CHAPTER IOUR FIRST PEEP AT FINLAND
It is worth the journey to Finland to enjoy a bath; then and not till then does one know what it is to be really clean.
Finland is famous for its baths and its beauties; its sky effects and its waterways; its quaint customs and its poetry; its people and their pluck. Finland will repay a visit.
Foreign travel fills the mind even if it empties the pocket. Amusement is absolutely essential for a healthy mind.
Finland, or, as the natives call it in Finnish, Suomi, is a country of lakes and islands. It is a vast continent about which strangers until lately hardly knew anything, beyond such rude facts as are learnt at school, viz., that "Finland is surrounded by the Gulfs of Finland and Bothnia on the South and West, and bordered by Russia and Lapland on the East and North," and yet Finland is larger than our own England, Scotland, Ireland, aye, and the Netherlands, all put together.
When we first thought of going to Suomi, we naturally tried to procure a Finnish guide-book and map; but no guide-book was to be obtained in all London, except one small pamphlet about a dozen pages long; while at our best-known map shop the only thing we could find was an enormous cardboard chart costing thirty shillings. No one ever dreamed of going to Finland. Nevertheless, Finland is not the home of barbarians, as some folk then imagined; neither do Polar bears walk continually about the streets, nor reindeer pull sledges in summer—items that have several times been suggested to the writer.
Nothing daunted by want of information, however, we packed up our traps and started.
We were three women, my sister, Frau von Lilly—a born Finlander—and the writer of the following pages. That was the beginning of the party, but it increased in numbers as we went along—a young man here, a young girl there, an old man, or an old woman, joined us at different times, and, alas, left us again.
Having made charming friends in that far-away land, and picked their brains for information as diligently as the epicure does the back of a grouse for succulent morsels, we finally—my sister and I—jogged home again alone.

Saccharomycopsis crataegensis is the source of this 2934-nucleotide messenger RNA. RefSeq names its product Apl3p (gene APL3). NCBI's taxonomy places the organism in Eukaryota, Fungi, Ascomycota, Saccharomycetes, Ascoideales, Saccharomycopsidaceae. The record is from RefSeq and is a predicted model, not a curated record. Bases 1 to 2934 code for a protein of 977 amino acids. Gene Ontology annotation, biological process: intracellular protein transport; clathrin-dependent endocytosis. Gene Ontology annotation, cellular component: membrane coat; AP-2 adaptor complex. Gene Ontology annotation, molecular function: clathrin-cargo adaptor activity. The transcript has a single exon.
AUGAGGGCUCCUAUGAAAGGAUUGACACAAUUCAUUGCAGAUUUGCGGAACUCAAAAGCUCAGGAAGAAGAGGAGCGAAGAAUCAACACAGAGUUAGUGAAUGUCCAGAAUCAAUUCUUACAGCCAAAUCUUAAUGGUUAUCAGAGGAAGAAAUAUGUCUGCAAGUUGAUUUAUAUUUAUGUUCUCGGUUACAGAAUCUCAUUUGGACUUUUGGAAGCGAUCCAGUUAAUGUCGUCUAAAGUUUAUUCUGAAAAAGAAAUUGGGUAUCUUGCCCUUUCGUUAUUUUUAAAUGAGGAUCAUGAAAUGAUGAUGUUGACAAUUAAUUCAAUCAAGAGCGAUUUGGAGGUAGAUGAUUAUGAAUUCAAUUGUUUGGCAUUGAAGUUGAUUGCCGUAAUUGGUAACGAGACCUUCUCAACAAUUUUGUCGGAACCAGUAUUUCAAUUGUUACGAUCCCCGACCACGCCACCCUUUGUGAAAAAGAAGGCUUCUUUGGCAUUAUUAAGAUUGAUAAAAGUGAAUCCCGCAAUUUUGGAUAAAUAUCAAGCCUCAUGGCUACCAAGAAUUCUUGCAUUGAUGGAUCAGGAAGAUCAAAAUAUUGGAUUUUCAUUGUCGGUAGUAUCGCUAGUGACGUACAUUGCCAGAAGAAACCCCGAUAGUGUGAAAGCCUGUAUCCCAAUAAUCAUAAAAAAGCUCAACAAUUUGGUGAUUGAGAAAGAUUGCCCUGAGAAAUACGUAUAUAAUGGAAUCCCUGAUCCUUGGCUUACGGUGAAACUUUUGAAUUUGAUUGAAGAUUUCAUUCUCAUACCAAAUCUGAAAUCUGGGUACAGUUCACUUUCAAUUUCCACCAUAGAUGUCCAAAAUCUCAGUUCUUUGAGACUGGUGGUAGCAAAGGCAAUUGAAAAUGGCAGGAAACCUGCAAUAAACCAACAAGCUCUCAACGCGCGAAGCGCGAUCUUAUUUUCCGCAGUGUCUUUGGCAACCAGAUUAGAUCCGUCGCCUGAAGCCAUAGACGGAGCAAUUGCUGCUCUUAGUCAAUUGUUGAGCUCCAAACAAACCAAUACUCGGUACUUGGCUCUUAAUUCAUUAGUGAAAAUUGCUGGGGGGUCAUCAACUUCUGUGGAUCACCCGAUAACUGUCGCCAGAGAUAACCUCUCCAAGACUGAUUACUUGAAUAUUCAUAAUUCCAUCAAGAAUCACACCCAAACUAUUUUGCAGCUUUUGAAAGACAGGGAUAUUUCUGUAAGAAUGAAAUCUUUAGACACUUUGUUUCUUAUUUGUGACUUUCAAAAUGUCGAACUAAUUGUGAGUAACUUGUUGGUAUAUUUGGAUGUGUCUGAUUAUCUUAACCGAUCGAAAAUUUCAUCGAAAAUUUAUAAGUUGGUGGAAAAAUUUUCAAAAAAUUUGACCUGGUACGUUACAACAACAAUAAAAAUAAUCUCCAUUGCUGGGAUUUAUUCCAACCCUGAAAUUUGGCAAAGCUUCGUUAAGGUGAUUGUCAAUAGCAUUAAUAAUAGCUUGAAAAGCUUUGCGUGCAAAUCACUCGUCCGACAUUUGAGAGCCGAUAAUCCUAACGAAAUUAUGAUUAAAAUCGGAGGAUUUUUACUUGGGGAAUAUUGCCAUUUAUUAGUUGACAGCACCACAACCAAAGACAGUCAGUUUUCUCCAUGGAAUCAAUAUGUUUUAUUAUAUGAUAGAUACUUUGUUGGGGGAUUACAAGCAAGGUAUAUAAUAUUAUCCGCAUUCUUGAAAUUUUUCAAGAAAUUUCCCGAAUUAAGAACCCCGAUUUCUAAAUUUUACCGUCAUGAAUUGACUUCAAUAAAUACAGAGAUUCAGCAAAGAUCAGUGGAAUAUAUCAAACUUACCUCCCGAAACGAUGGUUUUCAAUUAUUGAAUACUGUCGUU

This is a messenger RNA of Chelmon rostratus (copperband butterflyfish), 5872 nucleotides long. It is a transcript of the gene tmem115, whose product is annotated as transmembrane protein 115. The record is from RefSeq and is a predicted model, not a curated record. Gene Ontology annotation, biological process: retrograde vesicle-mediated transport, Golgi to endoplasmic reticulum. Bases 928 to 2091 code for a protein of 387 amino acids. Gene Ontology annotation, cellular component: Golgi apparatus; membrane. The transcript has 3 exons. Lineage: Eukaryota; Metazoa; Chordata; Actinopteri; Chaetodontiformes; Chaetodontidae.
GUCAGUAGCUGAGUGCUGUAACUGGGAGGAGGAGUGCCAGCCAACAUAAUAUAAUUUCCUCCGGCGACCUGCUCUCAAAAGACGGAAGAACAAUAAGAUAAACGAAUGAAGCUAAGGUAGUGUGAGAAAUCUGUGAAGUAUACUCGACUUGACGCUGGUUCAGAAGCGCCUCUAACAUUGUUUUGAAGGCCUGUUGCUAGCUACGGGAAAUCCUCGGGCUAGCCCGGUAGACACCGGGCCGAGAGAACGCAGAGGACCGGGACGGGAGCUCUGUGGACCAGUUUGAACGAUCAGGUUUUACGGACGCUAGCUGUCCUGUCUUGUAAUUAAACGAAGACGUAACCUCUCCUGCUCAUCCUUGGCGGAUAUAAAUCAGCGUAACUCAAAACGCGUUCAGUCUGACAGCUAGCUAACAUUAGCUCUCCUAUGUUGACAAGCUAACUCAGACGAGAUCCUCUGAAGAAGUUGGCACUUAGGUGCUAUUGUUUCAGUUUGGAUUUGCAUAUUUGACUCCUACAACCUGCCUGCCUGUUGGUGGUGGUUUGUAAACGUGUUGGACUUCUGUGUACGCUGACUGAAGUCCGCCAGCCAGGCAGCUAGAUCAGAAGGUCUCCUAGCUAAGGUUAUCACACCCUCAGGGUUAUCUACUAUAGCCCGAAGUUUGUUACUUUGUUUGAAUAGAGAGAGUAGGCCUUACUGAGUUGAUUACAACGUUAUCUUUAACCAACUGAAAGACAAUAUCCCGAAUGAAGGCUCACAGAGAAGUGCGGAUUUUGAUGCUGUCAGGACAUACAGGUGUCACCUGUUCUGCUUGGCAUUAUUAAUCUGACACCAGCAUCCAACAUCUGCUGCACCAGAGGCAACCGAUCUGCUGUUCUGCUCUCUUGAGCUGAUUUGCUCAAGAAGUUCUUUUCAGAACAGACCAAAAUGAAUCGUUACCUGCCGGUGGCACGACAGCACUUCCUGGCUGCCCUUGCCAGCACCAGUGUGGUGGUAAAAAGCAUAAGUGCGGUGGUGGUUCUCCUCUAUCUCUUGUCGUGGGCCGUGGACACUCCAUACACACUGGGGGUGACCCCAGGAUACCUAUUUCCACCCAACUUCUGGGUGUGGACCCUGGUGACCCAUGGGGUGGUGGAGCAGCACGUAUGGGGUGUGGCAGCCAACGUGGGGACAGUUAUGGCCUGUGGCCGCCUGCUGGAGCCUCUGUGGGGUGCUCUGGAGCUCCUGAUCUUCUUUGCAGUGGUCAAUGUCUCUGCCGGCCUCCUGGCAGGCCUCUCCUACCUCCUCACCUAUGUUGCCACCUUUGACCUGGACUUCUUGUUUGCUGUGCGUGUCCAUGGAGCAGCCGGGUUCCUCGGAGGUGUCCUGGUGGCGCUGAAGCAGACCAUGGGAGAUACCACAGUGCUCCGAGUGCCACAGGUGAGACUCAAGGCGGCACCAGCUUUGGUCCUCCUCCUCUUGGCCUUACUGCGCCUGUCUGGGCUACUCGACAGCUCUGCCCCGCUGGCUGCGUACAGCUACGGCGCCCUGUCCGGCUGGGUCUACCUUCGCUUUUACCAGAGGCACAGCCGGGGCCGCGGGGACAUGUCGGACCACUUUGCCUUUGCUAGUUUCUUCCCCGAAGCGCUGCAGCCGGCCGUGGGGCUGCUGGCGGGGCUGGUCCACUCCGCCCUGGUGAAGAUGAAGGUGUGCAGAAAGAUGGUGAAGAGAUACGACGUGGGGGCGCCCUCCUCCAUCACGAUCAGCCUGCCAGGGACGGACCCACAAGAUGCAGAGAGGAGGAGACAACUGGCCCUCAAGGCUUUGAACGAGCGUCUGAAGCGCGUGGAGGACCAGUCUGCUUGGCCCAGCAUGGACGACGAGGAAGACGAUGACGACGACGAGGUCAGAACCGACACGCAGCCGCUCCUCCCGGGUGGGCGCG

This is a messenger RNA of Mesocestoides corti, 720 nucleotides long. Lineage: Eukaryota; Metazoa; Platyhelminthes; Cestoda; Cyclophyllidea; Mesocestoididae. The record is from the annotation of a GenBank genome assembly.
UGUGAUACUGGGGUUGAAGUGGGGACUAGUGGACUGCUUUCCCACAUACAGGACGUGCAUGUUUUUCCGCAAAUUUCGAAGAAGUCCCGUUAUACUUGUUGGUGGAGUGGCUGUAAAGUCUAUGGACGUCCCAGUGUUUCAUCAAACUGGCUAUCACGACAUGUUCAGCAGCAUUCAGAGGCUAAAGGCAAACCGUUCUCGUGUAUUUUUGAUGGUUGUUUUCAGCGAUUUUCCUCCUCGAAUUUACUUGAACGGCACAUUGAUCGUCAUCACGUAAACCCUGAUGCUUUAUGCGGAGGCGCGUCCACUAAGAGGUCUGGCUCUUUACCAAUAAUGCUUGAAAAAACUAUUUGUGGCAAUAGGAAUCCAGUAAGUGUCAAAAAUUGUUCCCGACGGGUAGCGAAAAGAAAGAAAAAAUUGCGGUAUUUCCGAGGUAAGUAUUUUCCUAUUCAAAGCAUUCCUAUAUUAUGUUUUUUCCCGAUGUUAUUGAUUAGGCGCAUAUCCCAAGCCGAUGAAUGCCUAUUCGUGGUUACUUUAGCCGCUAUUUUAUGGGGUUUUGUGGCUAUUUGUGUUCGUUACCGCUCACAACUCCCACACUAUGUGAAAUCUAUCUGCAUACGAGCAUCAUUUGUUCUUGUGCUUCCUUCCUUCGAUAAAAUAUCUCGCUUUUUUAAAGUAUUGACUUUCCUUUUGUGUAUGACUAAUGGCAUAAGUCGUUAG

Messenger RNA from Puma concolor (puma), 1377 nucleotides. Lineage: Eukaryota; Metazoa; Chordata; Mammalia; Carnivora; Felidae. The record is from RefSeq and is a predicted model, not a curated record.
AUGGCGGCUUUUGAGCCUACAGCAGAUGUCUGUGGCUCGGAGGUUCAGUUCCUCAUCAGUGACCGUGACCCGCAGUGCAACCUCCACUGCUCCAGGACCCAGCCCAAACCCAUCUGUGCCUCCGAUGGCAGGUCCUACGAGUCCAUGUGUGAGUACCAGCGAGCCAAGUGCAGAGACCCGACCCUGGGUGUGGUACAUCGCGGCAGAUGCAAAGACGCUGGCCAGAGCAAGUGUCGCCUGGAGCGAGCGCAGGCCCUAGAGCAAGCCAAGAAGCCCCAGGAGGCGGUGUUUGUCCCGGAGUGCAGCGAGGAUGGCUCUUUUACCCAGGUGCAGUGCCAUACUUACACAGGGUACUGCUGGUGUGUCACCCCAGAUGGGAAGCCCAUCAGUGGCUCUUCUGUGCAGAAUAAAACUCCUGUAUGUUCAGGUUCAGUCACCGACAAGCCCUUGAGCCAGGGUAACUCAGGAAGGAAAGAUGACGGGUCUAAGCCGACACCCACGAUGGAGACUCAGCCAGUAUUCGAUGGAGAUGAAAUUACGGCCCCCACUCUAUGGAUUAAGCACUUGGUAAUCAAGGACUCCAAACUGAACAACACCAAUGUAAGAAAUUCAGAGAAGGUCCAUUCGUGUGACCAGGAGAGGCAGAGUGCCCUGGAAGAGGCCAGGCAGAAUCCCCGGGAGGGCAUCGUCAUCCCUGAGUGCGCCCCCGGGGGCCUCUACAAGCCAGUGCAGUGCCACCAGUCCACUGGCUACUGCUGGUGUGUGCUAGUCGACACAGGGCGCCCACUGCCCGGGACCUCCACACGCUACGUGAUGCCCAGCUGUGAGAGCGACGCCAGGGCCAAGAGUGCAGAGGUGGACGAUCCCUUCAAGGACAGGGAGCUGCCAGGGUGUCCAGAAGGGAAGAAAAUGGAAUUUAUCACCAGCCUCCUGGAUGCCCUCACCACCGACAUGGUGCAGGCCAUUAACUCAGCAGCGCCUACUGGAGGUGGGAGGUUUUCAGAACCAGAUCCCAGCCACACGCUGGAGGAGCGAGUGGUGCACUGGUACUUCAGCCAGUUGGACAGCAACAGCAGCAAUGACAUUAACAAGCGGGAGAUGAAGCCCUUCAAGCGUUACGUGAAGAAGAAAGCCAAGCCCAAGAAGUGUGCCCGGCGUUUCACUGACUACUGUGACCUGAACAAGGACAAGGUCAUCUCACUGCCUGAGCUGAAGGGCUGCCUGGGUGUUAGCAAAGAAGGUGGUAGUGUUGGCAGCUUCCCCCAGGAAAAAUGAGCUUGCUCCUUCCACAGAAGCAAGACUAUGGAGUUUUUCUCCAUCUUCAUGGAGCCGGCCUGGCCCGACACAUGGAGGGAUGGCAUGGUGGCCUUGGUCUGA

This looks bad in print! The reader will say, "Oh, how disagreeable they must have been, those two, that every one should have deserted them!" but this would be a mistake, for we flatter ourselves that we really are rather nice, and only "adverse circumstances" deprived us of our friends one by one.
Love and Friendship are the finest assets in the Bank of Life.
Grave trouble had fallen at my door. Life had been a happy bounteous chain; the links had snapped suddenly and unexpectedly, and solace and substance could only be found in work.
'Tis often harder to live than to die.
Immediate and constant work lay before me. The cuckoo's note trilled forth in England, that sad, sad note that seemed to haunt me and speed me on life's way. No sooner had I landed in Suomi than the cuckoos came to greet me. The same sad tone had followed me across the ocean to remind me hourly of all the trouble I had gone through. The cuckoo would not let me rest or forget; he sang a song of sympathy and encouragement.
It was on a brilliant sunny morning early in June that the trim little ship Urania steamed between the many islands round the coast to enter, after four and a half days' passage from Hull, the port of Helsingfors. How many thousands of posts, growing apparently out of the sea, are to be met with round the shores of Finland! Millions, we might say; for not only the coast line, which is some eight hundred miles in length, but all the lakes and fjords through which steamers pass are marked out most carefully by wooden stakes, or near the large towns by stony banks and painted signs upon the rocks of the islands. Sometimes the channels are so dangerous that the little steamers have to proceed at half-speed, carefully threading their way in and out of the posts, as a drag at Hurlingham winds its course between barrels at the four-in-hand competitions.
Many places, we learnt, are highly dangerous to attempt at night, on account of these stakes, which are put down by Government boats in the spring after the ice has gone, and are taken up in November before it forms again, because for about seven months all sea traffic is impossible....